<span>{this.state.counter}</span>
      </div>
    );
  }
}

// Use arrow function expression.
class App extends React.Component {
  constructor() {
    this.state = { counter: 0 };
  }

  handleClick = () => {
    this.setState({
      counter: this.state.counter + 1
    });
  };

  render() {
    return (
      <div>
        <button onClick={this.handleClick}>Increment</button>
        <span>{this.state.counter}</span>
      </div>
    );
  }
}

Now they work, yay! The arrow expression in my opinion is better in this case because it's shorter. We don't need to write the whole function name and call`.bind`, we just need to add 8 characters (with the spaces).

Caveats

There are some caveats, however, such as this case when we call a function above of its declaration:

hello();
hello2();

const hello = () => {
  console.log('world');
};

function hello2() {
  console.log('world');
}

Guess which one contains error in strict mode? That's right, the first `hello` call will! The error is `Block-scoped variable 'hello' used before its declaration`. This is because variable declarations such as `var`, `let`, and `const` only work after they are declared, whereas `function` declaration can be called anywhere in the file as long as they have been declared.

This is particularly useful if we want to organize local helper functions in a file. When some helper functions are only used in one file, perhaps separating them to a different file is not always the best solution, because they litter the "auto-import" suggestions (if you are using modern IDEs) and it increases the number of files that we must navigate.

Ultimately, it depends on each project and its maintainers. As for myself, when the helper functions and/or composing React components are not that big, I tend to put them all in one file for reasons above. However, when they are getting bigger, then separating them into two or more files is surely a better option.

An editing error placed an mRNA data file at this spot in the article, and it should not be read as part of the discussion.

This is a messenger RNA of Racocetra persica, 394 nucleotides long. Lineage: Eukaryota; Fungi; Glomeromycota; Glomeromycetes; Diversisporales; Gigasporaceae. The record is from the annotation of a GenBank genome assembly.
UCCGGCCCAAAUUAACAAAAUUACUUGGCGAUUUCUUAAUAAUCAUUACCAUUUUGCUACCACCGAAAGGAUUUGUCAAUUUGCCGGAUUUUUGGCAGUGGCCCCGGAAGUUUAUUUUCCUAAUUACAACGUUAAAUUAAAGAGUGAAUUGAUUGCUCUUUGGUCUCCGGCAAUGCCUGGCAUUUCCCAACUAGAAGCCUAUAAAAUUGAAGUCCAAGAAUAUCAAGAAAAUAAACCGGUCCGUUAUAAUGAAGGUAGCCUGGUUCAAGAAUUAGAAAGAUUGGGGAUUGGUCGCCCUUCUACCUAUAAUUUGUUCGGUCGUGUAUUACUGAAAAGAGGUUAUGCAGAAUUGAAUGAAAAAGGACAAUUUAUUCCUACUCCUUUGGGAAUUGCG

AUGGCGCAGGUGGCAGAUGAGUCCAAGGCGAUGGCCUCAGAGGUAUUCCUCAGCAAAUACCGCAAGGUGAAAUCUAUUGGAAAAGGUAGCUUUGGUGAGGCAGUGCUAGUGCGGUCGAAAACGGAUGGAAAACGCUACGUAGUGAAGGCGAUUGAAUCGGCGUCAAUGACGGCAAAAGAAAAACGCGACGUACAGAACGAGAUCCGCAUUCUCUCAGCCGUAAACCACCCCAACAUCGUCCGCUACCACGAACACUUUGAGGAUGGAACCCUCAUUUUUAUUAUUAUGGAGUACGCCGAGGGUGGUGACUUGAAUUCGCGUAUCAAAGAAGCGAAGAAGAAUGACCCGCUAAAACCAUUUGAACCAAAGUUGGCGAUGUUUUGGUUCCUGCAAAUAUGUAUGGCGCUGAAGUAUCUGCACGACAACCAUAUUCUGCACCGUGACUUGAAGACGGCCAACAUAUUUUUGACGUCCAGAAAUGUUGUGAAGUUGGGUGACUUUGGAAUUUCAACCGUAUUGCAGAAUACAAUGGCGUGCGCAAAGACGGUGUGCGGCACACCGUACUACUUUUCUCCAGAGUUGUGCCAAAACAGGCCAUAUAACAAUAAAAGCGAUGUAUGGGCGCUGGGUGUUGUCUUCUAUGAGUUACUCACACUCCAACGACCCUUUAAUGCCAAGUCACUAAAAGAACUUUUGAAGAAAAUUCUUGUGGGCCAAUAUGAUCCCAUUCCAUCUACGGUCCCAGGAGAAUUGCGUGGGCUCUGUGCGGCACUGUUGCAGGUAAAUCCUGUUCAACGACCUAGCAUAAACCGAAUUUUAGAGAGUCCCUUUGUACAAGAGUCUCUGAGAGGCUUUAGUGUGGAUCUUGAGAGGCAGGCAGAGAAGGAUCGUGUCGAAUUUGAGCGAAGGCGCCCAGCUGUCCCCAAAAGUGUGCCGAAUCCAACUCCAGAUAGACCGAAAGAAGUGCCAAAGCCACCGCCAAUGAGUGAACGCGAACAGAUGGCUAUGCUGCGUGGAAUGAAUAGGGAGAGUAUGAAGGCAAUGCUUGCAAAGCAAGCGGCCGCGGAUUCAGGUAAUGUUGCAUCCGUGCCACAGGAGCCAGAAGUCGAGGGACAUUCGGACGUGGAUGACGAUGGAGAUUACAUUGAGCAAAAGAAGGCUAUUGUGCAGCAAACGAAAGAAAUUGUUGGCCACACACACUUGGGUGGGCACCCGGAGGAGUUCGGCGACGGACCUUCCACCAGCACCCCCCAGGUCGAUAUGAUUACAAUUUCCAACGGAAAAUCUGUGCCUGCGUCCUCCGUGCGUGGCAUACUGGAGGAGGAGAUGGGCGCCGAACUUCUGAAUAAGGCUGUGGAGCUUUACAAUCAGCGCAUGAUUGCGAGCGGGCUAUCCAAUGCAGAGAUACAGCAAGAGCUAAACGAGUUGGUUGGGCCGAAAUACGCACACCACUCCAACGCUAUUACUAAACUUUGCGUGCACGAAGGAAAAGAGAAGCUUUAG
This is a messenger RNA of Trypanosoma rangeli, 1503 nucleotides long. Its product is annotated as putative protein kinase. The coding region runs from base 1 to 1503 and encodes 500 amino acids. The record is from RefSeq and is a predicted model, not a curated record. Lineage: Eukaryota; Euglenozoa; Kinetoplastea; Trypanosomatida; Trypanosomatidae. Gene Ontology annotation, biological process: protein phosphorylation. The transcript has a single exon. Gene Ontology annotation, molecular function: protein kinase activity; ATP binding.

Myth debunking

In previous sections, we have covered some of the advantages and disadvantages of using arrow function expression. In this section, let's debunk some myths that lots of people seem to believe.

Arrow functions are shorter

Well, yes, as I have written above, arrow functions can surely be shorter if the function is a one-liner or is used for a callback function. But, consider this case:

function handleSubmit(e: React.FormEvent) {
  try {
    // Update...
  } catch {
    // Catch error...
  }
}

const handleSubmit = (e: React.FormEvent) => {
  try {
    // Update...
  } catch {
    // Catch error...
  }
};

The normal function expression uses 4 less characters (108) than the arrow function expression one (112). So, it's not always shorter. You might argue with, "but, I'm not using TypeScript!" Even if we are not using TypeScript, the normal function expression character length still triumphs over the arrow expression one (91 to 93).

function handleSubmit(e) {
  try {
    // Update...
  } catch {
    // Catch error...
  }
}

const handleSubmit = (e) => {
  try {
    // Update...
  } catch {
    // Catch error...
  }
};

The funny thing is, there are people who spread propaganda about the lesser line of codes the better, yet they use arrow function expressions without knowing the context (which adds more to the code than it should). Isn't that ironic?

Arrow functions are better

I agree for the reasons that I have written above, such as for function binding purposes, one-liner functions, and callback functions. They are great. However, for other cases... I don't think so. They use more characters, they must be declared before the line that calls it... so, yeah.

Closing words

There are more about arrow function expressions that I don't cover in this post. Please visit the MDN Docs for more information—it's worth the read. Lastly, if you frequently say that "arrow functions are shorter" and you are using it 24/7, hopefully this post can make you turn to the right path 😛. If you have comments or feedback about this post, feel free to mention or send me a DM on Twitter. Thanks for reading!